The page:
Laing O’Rourke is not the only employer to take a tough stance on IT misuse, but how far can employers go and how can they ensure staff are treated fairly?

Yesterday Building reported Laing O’Rourke’s dismissal of 12 staff for forwarding an inappropriate image. So what are the rules around misuse and what pitfalls should employers avoid? And why should we deal with IT misuse?

The law is very clear - in various ways it is unlawful to harass employees. Employers are generally responsible for their employees actions in this area. For example, if Jane walks past Tony’s computer screen at work and sees a pornographic image on it which she finds offensive she will often have a strong sex discrimination claim against her employer. Her employer’s defence will depend on how seriously it takes this sort of issue, for example how much training did it give to its employees on equality and diversity and what are its rules on IT usage?

In addition, reputational risk is more and more important to employers - construction businesses are routinely asked about their records on equality and diversity when bidding for public and private sector contracts.

Setting the bar

Businesses can mainly make their own disciplinary rules. That means they can set the standards expected of their employees. So the first question is “how strict do you want to be?”

Businesses who want to take a strict approach to IT misuse need to state this in their disciplinary and IT use procedures. This often means stating that such misuse is categorised as gross misconduct. It also means being clear about permitted and prohibited IT usage, with examples of each.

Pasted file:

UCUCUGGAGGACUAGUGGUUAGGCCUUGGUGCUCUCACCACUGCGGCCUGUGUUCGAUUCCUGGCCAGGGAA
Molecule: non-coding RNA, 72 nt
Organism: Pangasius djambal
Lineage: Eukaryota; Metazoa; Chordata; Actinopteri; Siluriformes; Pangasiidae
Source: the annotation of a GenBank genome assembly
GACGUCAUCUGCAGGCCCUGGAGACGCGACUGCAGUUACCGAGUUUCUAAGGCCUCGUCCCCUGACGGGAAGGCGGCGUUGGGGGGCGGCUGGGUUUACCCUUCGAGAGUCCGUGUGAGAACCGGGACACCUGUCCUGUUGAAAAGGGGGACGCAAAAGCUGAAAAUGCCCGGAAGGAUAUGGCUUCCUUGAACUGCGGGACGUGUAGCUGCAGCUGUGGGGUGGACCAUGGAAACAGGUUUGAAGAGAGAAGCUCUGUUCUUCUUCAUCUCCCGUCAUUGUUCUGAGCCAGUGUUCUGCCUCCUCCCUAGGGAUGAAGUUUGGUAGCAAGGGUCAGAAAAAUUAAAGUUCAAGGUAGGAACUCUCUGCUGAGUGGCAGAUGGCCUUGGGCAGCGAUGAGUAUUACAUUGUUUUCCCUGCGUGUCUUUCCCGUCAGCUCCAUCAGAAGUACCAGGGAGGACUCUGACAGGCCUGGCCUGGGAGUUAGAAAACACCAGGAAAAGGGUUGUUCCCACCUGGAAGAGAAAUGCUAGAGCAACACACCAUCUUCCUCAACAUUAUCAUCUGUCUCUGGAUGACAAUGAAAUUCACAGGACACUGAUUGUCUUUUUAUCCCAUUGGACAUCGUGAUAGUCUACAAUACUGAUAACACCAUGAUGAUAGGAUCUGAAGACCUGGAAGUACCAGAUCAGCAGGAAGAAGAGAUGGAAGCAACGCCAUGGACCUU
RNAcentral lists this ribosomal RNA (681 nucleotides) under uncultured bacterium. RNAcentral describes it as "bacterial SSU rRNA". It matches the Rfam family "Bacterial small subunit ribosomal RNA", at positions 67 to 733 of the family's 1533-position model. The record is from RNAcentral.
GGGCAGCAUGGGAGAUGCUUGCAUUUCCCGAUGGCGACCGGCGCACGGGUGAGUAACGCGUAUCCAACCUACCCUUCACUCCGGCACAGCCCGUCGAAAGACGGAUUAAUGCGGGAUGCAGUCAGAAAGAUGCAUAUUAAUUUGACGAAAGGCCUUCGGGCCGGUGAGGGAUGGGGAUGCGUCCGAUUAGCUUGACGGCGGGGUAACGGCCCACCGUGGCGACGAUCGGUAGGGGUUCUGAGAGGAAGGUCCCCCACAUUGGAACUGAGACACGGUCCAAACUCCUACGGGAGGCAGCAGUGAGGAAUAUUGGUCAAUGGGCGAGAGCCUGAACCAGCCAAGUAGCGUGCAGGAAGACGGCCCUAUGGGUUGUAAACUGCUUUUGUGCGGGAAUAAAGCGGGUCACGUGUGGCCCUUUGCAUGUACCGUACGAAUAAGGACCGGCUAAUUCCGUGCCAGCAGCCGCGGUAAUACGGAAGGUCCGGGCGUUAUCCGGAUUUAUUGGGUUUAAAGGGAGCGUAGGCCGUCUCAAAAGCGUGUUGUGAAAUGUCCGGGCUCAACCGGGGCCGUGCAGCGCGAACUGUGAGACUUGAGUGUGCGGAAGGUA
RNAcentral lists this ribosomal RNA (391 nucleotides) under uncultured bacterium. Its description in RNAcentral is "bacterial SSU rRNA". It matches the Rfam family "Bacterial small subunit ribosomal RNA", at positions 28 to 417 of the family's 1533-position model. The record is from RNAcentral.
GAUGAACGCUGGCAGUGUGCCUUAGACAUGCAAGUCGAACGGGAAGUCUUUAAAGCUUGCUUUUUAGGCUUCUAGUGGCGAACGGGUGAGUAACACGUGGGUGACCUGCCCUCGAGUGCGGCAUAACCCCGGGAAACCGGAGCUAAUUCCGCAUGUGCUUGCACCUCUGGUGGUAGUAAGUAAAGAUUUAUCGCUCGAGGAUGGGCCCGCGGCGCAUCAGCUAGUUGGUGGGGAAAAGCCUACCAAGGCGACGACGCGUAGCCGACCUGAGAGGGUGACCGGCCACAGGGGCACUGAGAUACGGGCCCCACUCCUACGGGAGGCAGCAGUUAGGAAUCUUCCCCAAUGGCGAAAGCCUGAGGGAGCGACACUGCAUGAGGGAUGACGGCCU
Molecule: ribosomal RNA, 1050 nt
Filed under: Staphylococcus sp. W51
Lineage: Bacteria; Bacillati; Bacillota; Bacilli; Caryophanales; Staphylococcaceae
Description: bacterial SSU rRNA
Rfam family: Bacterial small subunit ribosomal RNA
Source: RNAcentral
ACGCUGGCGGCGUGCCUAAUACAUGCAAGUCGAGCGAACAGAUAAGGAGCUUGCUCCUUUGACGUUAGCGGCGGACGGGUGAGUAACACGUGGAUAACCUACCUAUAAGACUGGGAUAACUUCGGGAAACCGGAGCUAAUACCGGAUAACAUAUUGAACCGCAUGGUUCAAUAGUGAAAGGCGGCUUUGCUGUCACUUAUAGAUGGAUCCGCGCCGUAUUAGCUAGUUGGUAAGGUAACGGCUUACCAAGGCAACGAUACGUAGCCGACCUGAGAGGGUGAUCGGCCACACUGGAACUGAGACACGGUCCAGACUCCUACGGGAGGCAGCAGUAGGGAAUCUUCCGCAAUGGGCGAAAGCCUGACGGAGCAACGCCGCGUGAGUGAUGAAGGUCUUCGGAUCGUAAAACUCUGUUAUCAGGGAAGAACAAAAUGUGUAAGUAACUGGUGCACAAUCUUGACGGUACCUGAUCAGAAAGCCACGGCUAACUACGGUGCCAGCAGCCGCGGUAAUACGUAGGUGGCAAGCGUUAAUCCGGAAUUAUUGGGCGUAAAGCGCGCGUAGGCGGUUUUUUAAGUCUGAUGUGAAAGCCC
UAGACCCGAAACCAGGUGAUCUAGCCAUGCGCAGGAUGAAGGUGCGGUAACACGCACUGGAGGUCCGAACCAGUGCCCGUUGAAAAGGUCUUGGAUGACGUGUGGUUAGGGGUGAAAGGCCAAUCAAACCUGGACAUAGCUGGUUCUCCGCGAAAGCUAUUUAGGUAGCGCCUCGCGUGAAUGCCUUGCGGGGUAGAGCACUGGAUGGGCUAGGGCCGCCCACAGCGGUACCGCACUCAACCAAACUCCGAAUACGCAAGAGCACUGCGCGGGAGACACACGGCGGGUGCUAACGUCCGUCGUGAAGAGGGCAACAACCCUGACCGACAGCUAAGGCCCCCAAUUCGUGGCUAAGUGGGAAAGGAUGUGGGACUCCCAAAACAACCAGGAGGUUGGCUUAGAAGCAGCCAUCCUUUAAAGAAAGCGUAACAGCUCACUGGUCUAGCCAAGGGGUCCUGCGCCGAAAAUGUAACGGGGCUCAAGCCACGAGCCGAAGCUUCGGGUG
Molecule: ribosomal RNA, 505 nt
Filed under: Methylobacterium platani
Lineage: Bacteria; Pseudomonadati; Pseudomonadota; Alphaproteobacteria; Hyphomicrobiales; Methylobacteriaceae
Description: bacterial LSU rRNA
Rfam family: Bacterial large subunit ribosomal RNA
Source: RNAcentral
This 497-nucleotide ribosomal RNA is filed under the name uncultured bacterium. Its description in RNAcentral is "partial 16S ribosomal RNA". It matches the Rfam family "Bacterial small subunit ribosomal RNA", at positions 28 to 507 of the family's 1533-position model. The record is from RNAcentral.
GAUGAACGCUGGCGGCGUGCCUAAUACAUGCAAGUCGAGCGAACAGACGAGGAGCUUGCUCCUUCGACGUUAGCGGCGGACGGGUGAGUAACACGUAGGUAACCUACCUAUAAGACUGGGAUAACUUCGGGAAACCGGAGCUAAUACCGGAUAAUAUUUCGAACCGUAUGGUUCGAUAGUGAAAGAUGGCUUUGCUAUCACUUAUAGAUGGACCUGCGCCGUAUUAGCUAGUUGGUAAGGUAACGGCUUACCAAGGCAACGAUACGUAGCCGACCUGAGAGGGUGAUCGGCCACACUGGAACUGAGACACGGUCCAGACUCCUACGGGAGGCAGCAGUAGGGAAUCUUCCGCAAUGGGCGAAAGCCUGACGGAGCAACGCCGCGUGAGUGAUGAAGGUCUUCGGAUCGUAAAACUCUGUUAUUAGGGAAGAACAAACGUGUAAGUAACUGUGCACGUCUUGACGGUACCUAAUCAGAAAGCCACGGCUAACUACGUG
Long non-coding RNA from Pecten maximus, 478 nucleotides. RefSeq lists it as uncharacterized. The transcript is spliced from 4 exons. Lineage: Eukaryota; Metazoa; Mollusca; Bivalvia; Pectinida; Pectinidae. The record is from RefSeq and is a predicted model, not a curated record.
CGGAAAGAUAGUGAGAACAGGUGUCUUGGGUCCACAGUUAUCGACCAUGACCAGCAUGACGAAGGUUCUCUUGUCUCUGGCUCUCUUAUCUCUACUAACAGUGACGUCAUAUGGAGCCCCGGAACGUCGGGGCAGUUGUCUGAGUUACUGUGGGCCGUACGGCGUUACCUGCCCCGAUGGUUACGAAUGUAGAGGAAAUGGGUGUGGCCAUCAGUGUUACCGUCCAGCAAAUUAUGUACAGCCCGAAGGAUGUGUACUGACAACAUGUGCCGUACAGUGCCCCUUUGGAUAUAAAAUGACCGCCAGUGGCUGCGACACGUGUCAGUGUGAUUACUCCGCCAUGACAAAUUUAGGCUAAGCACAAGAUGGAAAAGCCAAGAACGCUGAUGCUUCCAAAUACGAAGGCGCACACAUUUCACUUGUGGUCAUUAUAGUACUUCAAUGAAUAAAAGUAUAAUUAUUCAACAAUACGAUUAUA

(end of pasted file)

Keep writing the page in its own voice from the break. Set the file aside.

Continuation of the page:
Be consistent

Inconsistent treatment of employees can lead to successful unfair dismissal and discrimination claims. This is often one of the trickiest issues for businesses - should Fred who passes on one slightly questionable joke be treated the same as Peter who constantly accesses and forwards on explicit pornography? The answer is businesses can lawfully treat employees differently as long as the circumstances are dissimilar.

This is where zero tolerance comes in. Businesses can say “we will not tolerate any of this misbehaviour”. There is some risk a tribunal will say dismissal for a minor breach is unreasonable (and so unfair). However tribunals will have a lot of regard to the business’ disciplinary rules categorising such behaviour as gross misconduct.

Social networking sites

This is one of the trickiest issues. Businesses often encourage employees to network through these sites. How many businesses are themselves on Twitter and Facebook? It is clear that businesses can set rules about the use of these sites.

It is perfectly legitimate to prohibit criticism of the business or its employees whilst allowing the use of the site. Alternatively some businesses ban the use of such sites at work. It is a balancing exercise between how the business wants to present and market itself, how it wants its employees to market themselves, risks from inappropriate tweets by employees and frankly getting the job done.

In short, businesses can be strict in dealing with IT misuse. They just need to hope that not too many employees are misusing the IT otherwise they will have no employees left to do the job.